I find a great lethargy has stolen over me.    I just feel like sitting, not talking, not thinking, not reading, not doing.    Just letting the stars turn overhead and the wind blow over me while the planet revolves through time and space.     It’s not an unhappy place.    Presumably, eventually, I will feel like picking myself up and walking on, but I have no sense of urgency yet.      I’ll just sit here and BE, I think.       Being is good.




I am  very fast reader, and along with this go some bad habits.

I was surprised recently to discover how idiosyncratic people are in their reading habits.   It’s a  private activity – you just tend to assume that everyone does as you do.   This is not, however, the case.

For example, I do not read the book literally from cover to cover, beginning with what’s written on the inside of the dust jacket, through the ISBN number, to the end.   I do not identify the middle page of the book.   I do not count the pages and divide the time available into a so many pages per day target.    I am not compelled to stop reading only at the end of chapters.

When I read a book, I start with the opening words of the work.  I don’t read forewards, introductions, later qualifications by the author, learned expositions from experts, HRH Prince Philip saying what a wonderful book it is.    I want to form my own opinion.  I’ll read all the above later, if I’m still interested in the work.

I’m hard to please and easily bored.   If I find sections tedious, I fast forward through them, just slow enough to establish where the plot changes.    You can come across whole chapters on the delights of hunting in novels by Trollope where the relevance to the plot is our hero fell off as he jumped the hedge and broke his collar bone.   And I defy anyone to have read all the lack lustre poetry in A S Byatt’s Possession.   Sometimes I  abandon books altogether in despair or irritation, and quite often I read the final page to see if it’s worth the bother of proceeding.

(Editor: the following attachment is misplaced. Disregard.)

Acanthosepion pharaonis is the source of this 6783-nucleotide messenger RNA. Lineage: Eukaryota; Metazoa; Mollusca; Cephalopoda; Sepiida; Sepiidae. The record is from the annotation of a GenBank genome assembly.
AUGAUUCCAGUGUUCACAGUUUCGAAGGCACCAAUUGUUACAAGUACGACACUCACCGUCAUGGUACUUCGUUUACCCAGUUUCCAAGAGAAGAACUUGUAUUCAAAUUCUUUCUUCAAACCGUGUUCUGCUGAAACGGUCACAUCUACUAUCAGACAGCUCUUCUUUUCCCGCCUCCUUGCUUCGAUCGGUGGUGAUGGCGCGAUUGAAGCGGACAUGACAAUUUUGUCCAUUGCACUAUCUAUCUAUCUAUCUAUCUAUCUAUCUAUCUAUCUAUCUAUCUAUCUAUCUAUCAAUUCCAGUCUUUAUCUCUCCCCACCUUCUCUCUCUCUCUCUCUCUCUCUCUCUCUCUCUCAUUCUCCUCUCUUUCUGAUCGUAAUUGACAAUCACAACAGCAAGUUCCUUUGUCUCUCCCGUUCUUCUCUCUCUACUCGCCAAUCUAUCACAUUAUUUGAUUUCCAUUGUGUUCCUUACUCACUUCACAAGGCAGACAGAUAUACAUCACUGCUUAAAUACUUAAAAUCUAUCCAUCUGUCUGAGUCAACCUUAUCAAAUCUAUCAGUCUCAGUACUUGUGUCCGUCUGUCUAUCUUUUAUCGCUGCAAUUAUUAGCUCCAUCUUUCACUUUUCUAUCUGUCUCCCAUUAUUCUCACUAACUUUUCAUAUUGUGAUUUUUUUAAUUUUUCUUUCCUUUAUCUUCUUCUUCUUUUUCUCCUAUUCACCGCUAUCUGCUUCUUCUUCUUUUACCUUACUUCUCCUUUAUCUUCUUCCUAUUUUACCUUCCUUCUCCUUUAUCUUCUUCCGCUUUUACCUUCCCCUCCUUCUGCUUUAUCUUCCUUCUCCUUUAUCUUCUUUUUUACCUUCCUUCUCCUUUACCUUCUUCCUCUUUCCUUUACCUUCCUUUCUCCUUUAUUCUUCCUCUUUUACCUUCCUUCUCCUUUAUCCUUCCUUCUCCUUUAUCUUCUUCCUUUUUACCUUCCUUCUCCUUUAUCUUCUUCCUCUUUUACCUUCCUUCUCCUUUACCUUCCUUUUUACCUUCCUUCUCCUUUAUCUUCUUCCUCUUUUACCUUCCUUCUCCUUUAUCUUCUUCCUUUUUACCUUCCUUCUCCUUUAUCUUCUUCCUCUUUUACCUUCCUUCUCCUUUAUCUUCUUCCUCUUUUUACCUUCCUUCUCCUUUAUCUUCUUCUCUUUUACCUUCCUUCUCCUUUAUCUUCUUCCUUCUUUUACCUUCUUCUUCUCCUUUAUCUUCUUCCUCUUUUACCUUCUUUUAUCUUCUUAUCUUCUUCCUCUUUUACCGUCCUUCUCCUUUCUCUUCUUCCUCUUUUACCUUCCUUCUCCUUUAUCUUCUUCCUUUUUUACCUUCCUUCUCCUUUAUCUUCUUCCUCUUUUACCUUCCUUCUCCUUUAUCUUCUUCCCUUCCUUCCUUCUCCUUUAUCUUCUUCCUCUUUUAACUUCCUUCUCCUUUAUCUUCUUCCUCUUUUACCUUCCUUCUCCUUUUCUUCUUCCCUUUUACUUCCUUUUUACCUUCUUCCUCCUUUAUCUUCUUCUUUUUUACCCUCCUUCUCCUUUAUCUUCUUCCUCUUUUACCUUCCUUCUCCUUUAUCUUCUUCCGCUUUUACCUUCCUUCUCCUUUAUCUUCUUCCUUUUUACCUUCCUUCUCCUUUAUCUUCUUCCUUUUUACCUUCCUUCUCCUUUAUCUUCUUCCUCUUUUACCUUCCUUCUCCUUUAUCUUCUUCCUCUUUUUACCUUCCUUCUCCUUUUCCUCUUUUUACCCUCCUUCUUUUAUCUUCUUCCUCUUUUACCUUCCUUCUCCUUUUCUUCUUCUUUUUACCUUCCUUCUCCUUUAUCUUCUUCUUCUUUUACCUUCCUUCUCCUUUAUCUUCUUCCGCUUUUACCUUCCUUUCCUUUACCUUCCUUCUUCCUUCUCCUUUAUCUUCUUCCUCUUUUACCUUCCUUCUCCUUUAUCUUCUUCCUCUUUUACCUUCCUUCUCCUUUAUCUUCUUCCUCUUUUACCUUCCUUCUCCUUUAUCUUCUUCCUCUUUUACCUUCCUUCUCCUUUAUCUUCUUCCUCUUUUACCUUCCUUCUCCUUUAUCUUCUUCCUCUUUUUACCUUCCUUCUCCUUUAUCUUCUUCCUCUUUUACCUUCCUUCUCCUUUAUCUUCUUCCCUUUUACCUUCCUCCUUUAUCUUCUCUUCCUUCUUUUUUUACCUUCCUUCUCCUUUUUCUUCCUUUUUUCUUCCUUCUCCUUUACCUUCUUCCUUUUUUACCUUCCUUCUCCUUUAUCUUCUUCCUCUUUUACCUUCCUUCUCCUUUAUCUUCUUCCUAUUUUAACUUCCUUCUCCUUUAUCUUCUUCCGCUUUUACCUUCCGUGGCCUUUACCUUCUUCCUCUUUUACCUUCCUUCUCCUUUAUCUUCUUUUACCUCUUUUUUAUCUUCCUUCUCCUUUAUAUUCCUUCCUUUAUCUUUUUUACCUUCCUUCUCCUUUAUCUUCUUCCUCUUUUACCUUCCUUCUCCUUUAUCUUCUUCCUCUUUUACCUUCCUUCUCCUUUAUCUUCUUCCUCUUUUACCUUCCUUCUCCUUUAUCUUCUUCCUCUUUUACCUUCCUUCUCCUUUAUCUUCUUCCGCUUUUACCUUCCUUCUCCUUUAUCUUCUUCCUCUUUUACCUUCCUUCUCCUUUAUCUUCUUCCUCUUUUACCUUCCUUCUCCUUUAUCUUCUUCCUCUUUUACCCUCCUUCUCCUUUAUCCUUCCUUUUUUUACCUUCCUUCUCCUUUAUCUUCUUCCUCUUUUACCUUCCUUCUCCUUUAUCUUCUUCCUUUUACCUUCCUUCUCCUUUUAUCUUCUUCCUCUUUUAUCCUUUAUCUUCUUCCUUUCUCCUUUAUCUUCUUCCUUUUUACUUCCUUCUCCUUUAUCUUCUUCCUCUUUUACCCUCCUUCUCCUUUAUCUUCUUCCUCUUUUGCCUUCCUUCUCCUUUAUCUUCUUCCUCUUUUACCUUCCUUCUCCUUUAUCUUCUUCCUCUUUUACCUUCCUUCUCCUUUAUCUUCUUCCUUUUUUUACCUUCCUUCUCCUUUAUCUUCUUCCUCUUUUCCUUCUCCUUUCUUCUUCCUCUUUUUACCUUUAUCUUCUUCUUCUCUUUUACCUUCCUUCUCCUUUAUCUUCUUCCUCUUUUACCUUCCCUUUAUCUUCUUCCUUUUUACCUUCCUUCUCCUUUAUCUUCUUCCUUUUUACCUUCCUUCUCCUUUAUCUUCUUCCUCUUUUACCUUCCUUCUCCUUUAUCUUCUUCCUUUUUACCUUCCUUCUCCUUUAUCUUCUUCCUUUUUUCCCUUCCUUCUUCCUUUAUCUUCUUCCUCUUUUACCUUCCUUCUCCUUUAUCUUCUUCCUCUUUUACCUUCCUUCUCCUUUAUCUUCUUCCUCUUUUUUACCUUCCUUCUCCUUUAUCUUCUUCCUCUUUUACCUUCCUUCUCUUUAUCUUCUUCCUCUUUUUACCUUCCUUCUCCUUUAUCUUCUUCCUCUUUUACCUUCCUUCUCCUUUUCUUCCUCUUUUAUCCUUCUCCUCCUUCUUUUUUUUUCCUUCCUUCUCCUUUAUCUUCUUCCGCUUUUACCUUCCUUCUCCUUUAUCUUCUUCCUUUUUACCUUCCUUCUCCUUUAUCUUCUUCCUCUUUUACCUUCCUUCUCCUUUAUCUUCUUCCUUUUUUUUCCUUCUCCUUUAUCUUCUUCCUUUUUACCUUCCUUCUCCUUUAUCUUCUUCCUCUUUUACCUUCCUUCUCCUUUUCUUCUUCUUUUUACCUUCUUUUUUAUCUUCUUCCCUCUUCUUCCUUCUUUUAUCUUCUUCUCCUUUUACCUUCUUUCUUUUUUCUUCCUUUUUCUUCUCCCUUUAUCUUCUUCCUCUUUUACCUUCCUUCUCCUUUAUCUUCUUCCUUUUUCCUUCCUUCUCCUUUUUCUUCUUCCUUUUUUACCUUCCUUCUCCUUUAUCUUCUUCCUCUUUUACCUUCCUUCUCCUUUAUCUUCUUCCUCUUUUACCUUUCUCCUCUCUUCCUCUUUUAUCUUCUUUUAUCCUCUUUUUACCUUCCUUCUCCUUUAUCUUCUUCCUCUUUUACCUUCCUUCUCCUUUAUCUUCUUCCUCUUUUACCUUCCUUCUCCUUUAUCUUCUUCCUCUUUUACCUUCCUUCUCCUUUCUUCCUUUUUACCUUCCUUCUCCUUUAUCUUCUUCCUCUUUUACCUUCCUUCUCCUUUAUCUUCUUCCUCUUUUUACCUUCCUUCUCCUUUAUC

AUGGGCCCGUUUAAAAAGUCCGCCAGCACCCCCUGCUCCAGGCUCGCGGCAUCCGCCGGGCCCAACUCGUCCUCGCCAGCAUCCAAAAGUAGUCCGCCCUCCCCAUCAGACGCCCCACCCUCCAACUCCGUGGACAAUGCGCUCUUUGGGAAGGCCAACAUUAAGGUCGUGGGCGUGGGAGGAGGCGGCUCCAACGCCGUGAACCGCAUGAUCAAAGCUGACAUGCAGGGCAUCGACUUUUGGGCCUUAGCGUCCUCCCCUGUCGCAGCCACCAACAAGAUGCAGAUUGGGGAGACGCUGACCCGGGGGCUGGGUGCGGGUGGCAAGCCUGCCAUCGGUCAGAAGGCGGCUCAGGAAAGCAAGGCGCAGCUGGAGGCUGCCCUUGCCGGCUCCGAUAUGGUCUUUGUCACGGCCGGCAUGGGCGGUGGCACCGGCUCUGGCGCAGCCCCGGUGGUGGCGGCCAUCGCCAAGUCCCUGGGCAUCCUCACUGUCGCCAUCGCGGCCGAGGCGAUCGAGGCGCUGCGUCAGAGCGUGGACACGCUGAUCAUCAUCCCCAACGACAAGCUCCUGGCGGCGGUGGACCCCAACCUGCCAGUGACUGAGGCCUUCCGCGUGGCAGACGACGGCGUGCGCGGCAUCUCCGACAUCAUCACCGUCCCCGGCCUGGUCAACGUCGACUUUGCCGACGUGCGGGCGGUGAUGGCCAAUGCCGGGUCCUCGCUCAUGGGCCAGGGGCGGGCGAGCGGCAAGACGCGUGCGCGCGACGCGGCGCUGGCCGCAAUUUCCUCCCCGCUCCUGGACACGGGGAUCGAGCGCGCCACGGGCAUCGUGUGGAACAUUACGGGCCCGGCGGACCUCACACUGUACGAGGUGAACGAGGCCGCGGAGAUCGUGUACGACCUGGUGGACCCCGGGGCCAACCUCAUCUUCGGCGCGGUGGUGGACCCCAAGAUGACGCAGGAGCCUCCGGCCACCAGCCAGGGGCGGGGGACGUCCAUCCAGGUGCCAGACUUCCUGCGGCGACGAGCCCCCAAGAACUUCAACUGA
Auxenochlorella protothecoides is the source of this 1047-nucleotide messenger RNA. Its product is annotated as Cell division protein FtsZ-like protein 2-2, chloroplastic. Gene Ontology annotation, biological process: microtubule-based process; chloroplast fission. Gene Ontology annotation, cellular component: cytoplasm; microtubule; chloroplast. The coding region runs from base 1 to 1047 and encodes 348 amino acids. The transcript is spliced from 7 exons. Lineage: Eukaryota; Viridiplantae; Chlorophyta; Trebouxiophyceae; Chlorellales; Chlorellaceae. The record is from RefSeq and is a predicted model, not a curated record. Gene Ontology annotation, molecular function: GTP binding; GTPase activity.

But if I read a book I really enjoy, in my mind I give it a Double Star rating.   This means I will have read it at my usual breakneck speed.   I will have read it in between tasks, last thing at night, early in the morning.   In these books  I don’t read pages out of order or fast forward.   When I come to the end, I close the book and I don’t read anything else for a day or two.   Then I start again from the beginning, reading every single word slowly and carefully.

Very few books are in receipt of this award.   There are certain books I regularly re-read (perhaps once every decade.)    These would include the works of Jane Austen, anything by J R R Tolkein, Tolstoy’s Anna Karenin, Thackery’s Vanity Fair…   but the Double Rated books are rare;  perhaps once a year I might come across such a one.    They have included:  Bird Song, by Sebastian Faulks;   Falling by Colin Thuberon;  A Map of the World by Jane Hamilton;  The Swimming Pool Library by Alan Hollinghurst (Warning: Not to everybody’s taste).

This week, another winner.   Ann Patchet, State of Wonder.   I recommend it.



I have often wondered why a person in disfavour is ‘sent to Coventry’.    Well, now I’ve been there and I know why.

Firstly, it has the worst traffic management system I have ever seen in any city – with the possible exception of Cairo.   Basically it was a fast and terrorising free-for-all with traffic doing whatever it liked and weaving about in all directions.   Even the drive-like-Jehu John became silent and white knuckled in concentration and I felt I should be grateful if we escaped with our lives.

Secondly, it was ugly.    It was a neglected, rotting 1960s experiment in brick and concrete which certainly did not work now and in all likelihood never did.   The famous cathedral was a menacing, hulking monolith, with rondels attached to it like (to quote our own dear prince) monstrous carbuncles (except not on the face of a much loved friend.)   The older cathedral, ruined by bombing, did not seem to have had any especial merit other than it was large.   I could see no connection between the old and new cathedrals.   They just sat in  enforced proximity scowling at one another.